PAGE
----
his journalistie life hehas been probably indulging,
that of gratifying, and for the last time, his spite
and revenge. Töthat end he begs the doctor to
bring him his old friend Weihgart, an eminent
and successful poet. Years ago they quarrelled
and parted, and now Rademacher’s one wish is to
humiliate him by telling him to his face that he
has been his wife’s lover, that heandshe have often
discussed him disparagingly together, and that
Weihgart's wife is as fully convinced of bis
complete nullity as his old friend Rademacher.
The scene is acted before us in a sort of dress
rehearsal of it with Schubart, a young actor dying
also in the hospital of consumption; yet when
Weihgart comes something touches Rademacher,
and he feels he can no longer do it. What that
something is is conveyed to us with extreme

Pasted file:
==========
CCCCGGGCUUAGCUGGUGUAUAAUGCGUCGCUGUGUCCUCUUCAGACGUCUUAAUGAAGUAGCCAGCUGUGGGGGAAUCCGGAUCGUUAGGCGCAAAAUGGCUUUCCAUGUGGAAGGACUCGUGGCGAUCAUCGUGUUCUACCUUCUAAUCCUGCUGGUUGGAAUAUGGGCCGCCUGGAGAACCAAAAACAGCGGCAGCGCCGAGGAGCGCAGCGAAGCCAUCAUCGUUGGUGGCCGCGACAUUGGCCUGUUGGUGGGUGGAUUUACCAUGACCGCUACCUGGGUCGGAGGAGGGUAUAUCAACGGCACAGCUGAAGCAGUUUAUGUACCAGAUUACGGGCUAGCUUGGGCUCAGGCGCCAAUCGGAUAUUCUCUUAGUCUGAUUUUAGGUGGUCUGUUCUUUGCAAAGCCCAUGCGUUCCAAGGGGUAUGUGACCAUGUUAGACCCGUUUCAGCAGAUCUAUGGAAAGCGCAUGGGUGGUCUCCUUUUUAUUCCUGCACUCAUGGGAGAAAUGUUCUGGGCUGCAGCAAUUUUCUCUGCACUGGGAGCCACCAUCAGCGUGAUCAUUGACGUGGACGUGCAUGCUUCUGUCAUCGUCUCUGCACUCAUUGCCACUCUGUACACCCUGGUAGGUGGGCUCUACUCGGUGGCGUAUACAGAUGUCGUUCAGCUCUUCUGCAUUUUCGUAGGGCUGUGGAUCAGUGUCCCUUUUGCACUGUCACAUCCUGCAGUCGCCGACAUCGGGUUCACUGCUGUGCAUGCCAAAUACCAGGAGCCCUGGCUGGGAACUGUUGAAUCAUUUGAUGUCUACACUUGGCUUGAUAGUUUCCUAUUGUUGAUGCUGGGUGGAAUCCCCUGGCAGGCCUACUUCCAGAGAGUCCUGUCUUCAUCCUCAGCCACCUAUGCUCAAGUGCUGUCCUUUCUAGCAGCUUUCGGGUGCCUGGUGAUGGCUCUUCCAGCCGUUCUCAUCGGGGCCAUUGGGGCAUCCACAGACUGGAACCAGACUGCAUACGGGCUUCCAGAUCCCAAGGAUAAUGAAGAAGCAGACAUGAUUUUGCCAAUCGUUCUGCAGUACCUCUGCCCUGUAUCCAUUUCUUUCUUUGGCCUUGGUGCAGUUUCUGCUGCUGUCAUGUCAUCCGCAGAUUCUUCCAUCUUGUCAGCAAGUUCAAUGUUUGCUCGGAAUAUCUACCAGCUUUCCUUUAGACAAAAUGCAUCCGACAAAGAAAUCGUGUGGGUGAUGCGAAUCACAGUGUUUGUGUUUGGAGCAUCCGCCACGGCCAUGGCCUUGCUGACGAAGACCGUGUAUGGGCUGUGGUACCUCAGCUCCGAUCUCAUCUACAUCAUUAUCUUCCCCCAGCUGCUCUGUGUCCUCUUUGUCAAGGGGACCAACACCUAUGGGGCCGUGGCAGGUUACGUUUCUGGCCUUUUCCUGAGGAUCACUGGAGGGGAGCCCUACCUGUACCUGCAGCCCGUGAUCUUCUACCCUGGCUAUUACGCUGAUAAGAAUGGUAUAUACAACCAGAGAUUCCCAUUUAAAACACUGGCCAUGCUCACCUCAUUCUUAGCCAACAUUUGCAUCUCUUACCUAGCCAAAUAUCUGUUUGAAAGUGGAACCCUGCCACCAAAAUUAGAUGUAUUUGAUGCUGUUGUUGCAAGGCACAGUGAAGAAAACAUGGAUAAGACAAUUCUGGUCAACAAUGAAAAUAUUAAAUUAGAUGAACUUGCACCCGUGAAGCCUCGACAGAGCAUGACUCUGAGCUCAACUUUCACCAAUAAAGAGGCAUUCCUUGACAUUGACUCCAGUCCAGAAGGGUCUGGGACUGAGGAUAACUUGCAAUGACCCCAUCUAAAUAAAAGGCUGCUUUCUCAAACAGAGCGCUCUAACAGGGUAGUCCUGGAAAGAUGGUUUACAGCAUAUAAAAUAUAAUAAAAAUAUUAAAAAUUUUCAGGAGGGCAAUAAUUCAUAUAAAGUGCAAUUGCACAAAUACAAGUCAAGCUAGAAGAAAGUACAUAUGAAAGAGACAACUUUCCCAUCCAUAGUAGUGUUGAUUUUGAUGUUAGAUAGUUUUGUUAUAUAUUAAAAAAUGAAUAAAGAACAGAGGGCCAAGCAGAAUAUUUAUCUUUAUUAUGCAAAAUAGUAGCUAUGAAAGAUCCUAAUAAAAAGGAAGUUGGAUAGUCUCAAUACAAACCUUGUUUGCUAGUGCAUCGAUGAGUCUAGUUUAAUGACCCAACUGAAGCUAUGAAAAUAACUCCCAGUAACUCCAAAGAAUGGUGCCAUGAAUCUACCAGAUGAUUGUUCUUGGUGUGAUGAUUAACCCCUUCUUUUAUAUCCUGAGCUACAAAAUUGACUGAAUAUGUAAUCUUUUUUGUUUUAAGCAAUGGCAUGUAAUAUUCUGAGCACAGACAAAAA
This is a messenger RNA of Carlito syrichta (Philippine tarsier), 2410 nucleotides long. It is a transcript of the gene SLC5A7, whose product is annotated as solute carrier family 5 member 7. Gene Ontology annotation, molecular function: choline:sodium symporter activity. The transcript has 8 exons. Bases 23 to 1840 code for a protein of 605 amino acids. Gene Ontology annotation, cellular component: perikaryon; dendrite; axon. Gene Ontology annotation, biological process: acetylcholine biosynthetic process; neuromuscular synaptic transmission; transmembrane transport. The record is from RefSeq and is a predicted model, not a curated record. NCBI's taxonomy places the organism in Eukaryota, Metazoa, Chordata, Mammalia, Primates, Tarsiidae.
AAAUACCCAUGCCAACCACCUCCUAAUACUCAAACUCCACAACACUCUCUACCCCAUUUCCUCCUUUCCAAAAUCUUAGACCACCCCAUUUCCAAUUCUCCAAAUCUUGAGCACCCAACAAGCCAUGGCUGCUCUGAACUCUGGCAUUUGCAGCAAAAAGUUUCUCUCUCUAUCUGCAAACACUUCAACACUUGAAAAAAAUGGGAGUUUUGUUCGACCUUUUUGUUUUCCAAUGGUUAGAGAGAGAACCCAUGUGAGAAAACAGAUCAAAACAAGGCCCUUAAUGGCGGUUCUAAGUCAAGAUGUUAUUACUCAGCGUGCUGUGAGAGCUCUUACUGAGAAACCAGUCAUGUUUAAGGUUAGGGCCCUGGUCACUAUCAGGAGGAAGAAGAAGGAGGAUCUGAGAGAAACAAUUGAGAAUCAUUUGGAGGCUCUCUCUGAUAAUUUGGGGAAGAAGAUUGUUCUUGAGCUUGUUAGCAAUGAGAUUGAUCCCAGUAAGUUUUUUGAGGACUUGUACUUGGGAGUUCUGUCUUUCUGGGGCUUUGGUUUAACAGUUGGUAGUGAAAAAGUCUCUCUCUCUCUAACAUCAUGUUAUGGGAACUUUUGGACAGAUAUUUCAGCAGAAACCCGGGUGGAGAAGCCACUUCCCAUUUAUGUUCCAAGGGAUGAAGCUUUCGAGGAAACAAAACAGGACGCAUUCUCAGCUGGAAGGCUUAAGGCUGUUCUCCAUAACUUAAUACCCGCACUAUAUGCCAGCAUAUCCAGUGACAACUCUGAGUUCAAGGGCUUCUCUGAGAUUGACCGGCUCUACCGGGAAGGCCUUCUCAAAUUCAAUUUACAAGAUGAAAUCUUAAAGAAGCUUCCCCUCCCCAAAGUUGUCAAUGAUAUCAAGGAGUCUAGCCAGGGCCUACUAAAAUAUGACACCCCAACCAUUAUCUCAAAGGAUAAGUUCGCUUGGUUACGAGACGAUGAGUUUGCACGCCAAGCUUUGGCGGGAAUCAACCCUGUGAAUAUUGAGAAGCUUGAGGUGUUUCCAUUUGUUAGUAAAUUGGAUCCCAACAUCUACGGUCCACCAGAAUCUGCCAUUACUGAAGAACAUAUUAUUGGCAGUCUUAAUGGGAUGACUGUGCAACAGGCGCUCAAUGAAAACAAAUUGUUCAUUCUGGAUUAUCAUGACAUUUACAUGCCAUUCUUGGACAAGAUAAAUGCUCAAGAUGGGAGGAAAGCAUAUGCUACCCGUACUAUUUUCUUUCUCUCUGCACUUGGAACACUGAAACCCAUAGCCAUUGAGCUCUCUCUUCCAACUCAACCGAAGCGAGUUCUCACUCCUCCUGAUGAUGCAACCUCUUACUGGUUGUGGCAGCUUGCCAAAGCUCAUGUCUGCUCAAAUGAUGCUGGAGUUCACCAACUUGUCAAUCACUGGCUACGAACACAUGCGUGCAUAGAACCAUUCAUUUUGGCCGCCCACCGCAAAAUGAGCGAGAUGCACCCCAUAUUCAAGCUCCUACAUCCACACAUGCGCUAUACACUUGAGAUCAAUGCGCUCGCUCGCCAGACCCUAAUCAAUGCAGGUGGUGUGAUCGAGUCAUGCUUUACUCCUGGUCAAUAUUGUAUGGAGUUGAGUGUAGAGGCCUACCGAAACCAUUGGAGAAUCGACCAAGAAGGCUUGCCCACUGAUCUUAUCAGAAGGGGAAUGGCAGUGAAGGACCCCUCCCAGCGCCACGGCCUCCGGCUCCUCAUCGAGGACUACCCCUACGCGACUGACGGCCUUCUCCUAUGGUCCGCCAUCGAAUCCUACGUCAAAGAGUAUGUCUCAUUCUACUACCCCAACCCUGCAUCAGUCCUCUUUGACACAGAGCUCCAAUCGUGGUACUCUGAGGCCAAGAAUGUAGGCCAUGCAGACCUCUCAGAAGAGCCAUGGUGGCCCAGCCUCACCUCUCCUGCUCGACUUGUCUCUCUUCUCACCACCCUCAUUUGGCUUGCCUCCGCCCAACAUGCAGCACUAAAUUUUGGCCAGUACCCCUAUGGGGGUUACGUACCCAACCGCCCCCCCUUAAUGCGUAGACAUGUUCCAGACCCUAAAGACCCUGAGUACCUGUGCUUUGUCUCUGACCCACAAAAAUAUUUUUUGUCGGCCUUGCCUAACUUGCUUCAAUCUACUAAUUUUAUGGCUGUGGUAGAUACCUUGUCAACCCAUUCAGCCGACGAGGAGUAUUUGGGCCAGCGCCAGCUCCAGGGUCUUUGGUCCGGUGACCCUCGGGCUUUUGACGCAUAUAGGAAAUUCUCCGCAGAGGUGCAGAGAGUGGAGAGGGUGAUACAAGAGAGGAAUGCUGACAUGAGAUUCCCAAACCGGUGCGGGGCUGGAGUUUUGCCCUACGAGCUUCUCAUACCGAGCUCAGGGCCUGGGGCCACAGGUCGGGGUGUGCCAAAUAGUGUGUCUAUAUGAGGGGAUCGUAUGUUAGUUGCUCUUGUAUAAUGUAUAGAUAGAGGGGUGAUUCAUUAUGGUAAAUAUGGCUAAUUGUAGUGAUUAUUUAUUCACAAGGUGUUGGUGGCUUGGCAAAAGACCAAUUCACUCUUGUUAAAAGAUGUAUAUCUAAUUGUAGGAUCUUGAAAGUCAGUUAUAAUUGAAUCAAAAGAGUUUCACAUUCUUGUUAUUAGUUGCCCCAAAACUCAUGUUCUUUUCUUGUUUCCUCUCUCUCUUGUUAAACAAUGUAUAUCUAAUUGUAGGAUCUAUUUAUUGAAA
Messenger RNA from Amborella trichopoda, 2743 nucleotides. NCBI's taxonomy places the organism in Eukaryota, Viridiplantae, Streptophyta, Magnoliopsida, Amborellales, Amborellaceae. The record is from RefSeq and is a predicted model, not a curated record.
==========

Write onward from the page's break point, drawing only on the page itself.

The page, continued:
delicacy and subtlety by Mr. Beveridge. It is
not exactly pity for Weihgart andthe confessionhe
makes of the insecurity of his position owing to the
persistency with which the new generation are
knockingathis door. Ibis, one feels, a combination of
elements, and chief among them the recollection
of the day when they were friends, and the desire
of dying with some purer feeling in his heart than
that of gratified revenge. So Weihgart goes, with
his belief in his wife intact, and Rademacher dies,
a better man than probably he ever lived. Acted
asit was, by Mr. George Trollope as Schubart and
by Mr. Rudge Harding as Weihgart, “ In the
Hospital! created a considerable impression and
is very well worth seeing.
Ins“ How He Lied ta ### ## ar
in the case of bounty-fed sugar, and he considers the
results tobe admirable. We may conclude that, if he got
the mandate he desires at the coming election, he would
proceed next to practisc on steel-billets which are sup¬
posed to be sold below cost price here because they
are tariff-protected abroad. The Providence which watches
over Free Trade has happily, in the interval, enabled us to
gauge the probable results from practical experience.
We are not the least surprised that in these circum¬